Co-sponsors: Department of Social Justice in Education at OISE, UofT; York University CUPE 3903 Trans Caucus, Department of Politics, Department of Social Science, Faculty of Education, Faculty of Environmental Studies, Faculty of Health, Faculty of Graduate Studies, Faculty of Liberal Arts & Professional Studies, Graduate Women's Studies Student Association, Institute for Feminist Legal Studies at Osgoode, Robarts Centre for Canadian Studies, School of Arts, Media, Performance and Design, School of Gender, Sexuality and Women’s Studies, SexGen York, Sexuality Studies, York Accessibility Fund, Office of the Vice-President Research & Innovation, & the Centre for Feminist Research.

This event is part of the TRANS MATTERS Interdisciplinary Trans Studies Graduate Student Conference, organized by the Centre for Feminist Research.

Accessibility & Attendance information:

FREE EVENT.
Light refreshments & ASL interpretation provided.
The building is wheelchair accessible & has all-gender washrooms.
Click here for directions and accessibility information.
To RSVP, please email juliapyr@yorku.ca.

Jun
22
Fri
2018
Holy Wild
Jun 22 @ 11:00 am – 12:30 pm

The Centre for Feminist Research Presents:
TRANS MATTERS Interdisciplinary Trans Studies Graduate Student Conference Keynote Lecture

Holy Wild

Gwen Benaway

Date: June 22, 2018
Time: 11AM-12:30PM
Location: 519 Kaneff Tower at York University

Summary:

Holy Wild is a critical reflection on the embodied experience of Indigenous Queer and Trans subjects. Drawing on critical Indigenous and Trans scholarship, Holy Wild explores the contradictions, complexities, and impossibilities of being Indigenous, Trans, and Queer. I argue that mainstream Western Queerness is an extension of the colonial project, rooted in colonial thought and transmisogyny. Liberation for Indigenous and Trans subjects cannot arise from Queerness without a sustained engagement with the colonial past as well as the sexual economies of Queer desire. Using Indigenous storytelling and worldview, I interrogate the ways that Queerness does not hold Indigenous and trans experiences in their fullness. Holy Wild is a theoretical rupture of generative resistance. Unwilling to perform apology nor productiveness, this talk is intended to challenge the non-Indigenous Queer subject to a dialogue with their colonial depression.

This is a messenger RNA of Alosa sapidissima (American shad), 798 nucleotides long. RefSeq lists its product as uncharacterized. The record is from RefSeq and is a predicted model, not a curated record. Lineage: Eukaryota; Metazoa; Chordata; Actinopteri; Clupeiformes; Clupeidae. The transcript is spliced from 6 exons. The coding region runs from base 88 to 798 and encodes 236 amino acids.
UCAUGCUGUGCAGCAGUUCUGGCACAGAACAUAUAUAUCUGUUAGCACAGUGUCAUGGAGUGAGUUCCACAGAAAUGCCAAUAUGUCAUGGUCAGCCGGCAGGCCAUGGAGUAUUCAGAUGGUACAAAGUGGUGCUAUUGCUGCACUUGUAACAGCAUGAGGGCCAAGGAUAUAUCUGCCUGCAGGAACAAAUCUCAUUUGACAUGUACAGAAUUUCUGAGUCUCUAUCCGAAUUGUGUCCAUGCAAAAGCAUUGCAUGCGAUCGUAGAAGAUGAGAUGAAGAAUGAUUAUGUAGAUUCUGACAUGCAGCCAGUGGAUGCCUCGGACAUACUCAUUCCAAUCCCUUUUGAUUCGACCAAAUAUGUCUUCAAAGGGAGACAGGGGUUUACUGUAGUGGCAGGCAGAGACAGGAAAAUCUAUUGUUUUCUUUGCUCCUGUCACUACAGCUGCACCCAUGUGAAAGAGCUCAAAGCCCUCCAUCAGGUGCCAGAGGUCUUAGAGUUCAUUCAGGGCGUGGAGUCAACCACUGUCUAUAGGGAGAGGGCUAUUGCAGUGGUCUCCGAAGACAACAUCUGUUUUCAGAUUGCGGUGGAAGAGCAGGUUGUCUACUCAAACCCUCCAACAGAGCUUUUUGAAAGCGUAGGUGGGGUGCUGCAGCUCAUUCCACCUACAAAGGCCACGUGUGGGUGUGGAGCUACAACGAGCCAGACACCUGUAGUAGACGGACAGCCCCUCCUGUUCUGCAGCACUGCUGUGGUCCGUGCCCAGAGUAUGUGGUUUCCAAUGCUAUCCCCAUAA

Speaker bio:

Gwen Benaway is a trans girl poet of Anishinaabe and Métis descent. She has published two collections of poetry, Ceremonies for the Dead and Passage, and her third collection, Holy Wild, is forthcoming from BookThug in 2018. She has been described as the spiritual love child of Tomson Highway and Anne Sexton. She has received many distinctions and awards, including the Dayne Ogilvie Honour of Distinction for Emerging Queer Authors from the Writer's Trust of Canada. Her poetry and essays have been published in national publications and anthologies, including The Globe and Mail, Maclean's Magazine, CBC Arts, and many others.

Co-sponsors: Department of Social Justice in Education at OISE, UofT; York University CUPE 3903 Trans Caucus, Department of Politics, Department of Social Science, Faculty of Education, Faculty of Environmental Studies, Faculty of Health, Faculty of Graduate Studies, Faculty of Liberal Arts & Professional Studies, Graduate Women's Studies Student Association, Institute for Feminist Legal Studies at Osgoode, Robarts Centre for Canadian Studies, School of Arts, Media, Performance and Design, School of Gender, Sexuality and Women’s Studies, SexGen York, Sexuality Studies, York Accessibility Fund, Office of the Vice-President Research & Innovation, & the Centre for Feminist Research.

This event is part of the TRANS MATTERS Interdisciplinary Trans Studies Graduate Student Conference, organized by the Centre for Feminist Research.

Accessibility & Attendance information:

FREE EVENT.
Light refreshments & ASL interpretation provided.
The building is wheelchair accessible & has all-gender washrooms.
Click here for directions and accessibility information.
To RSVP, please email juliapyr@yorku.ca.